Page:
Let’s say that you want to do business with the realtors we mentioned earlier. A good place to start is on a listing aggregation site. Just scrape the pages for the contact information of each agent and the business information of the agency they’re part of. Another good option is to go straight to a list of real estate agencies in a specific city or region. The process is the same.

Then you can go to each company’s website and scrape for contact information there too. Once you’re done, you’re sitting on a complete list of possible clients, as well as addresses, contact methods, and employee information.

This strategy works in just about any industry. The only things that change are the sites you should scrape for the much-needed information.

5. Brand perception — demystified

Any company worth their salt is mindful of the way their brand is viewed. While customers’ and leads’ perception could be considered the most important, all stakeholders matter. That includes investors, providers, employees, industry experts or influencers, and the public as a whole.

The challenge is keeping your finger on the pulse when people may be chatting privately, on forums, and on social media groups about your business. In short, having eyes and ears everywhere is next to impossible.

Still, web scraping can become a major step up in brand monitoring.

Here are just a few examples of pages that hold valuable knowledge for marketers and branding specialists:

  • SERPs with the brand or product/service as the search term
  • Online forums centered around the brand, product, service, or industry
  • Social media accounts and groups with the same focus
  • Reviews on specialized websites (including Google Reviews)

With all that data, you just have to search for your brand or product name to see what people are saying. It’s an excellent bridge between quantitative and qualitative analysis.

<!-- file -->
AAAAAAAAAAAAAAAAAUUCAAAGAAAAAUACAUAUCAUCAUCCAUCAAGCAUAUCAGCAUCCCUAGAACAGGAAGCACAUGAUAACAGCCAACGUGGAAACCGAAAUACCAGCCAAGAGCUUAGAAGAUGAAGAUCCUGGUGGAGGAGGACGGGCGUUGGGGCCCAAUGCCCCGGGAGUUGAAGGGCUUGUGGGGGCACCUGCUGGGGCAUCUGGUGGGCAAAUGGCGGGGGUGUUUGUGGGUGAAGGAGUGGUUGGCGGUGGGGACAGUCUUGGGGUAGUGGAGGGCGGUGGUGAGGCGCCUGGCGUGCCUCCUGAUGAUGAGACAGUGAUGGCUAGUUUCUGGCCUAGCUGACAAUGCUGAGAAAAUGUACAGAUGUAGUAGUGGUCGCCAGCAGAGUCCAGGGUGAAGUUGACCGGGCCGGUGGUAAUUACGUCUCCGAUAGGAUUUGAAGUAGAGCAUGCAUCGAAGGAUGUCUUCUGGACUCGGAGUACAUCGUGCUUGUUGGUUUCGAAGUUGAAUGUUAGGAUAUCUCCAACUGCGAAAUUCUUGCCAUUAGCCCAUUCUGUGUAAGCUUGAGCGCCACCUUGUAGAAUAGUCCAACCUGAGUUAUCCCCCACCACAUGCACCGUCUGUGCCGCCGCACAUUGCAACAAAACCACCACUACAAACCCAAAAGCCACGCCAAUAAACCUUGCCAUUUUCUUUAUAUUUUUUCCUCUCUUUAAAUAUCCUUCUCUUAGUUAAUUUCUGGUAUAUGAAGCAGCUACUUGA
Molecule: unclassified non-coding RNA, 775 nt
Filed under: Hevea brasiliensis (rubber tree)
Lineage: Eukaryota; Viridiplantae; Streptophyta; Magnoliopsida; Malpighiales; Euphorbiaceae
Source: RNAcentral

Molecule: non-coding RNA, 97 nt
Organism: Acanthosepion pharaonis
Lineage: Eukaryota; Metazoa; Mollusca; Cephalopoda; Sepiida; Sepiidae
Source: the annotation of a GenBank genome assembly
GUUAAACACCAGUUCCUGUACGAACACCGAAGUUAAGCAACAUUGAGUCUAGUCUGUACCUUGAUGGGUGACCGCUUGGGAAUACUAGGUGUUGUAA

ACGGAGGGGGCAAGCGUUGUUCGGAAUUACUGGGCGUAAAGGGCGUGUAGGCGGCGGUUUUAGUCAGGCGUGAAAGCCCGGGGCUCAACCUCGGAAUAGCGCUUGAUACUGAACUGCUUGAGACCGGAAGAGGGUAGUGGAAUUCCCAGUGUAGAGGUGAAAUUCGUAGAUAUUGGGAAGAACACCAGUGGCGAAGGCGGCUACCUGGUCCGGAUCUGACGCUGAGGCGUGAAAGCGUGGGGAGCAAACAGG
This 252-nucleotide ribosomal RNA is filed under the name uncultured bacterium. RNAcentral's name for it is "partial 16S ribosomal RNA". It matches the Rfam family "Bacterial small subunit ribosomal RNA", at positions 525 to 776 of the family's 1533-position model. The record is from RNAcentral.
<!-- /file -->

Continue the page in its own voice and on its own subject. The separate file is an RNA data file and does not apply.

Through this process, businesses gain precious insight for actions like rebranding or PR campaigns, special offers, or entering new markets.

Gathering data on competing brands also helps you measure important differentiators, analyze what advantages each side has and take action accordingly.

6. Supercharged machine learning

One of the most inspiring and talked-about developments in the tech industry is machine learning. Truly, AI-powered solutions can and most likely will have a huge impact on many areas in the coming years.

But, machine learning is far from easy. The basic principle is that developers have to train their algorithms to effectively operate on their own. For that, they need large amounts of high-quality sample data.

For example, if you want to train an AI to recognize traffic lights and be able to distinguish correctly which light is currently on. To do that, you’ll need a huge library of photos (both with traffic lights in them and without) to help the AI learn the distinctions.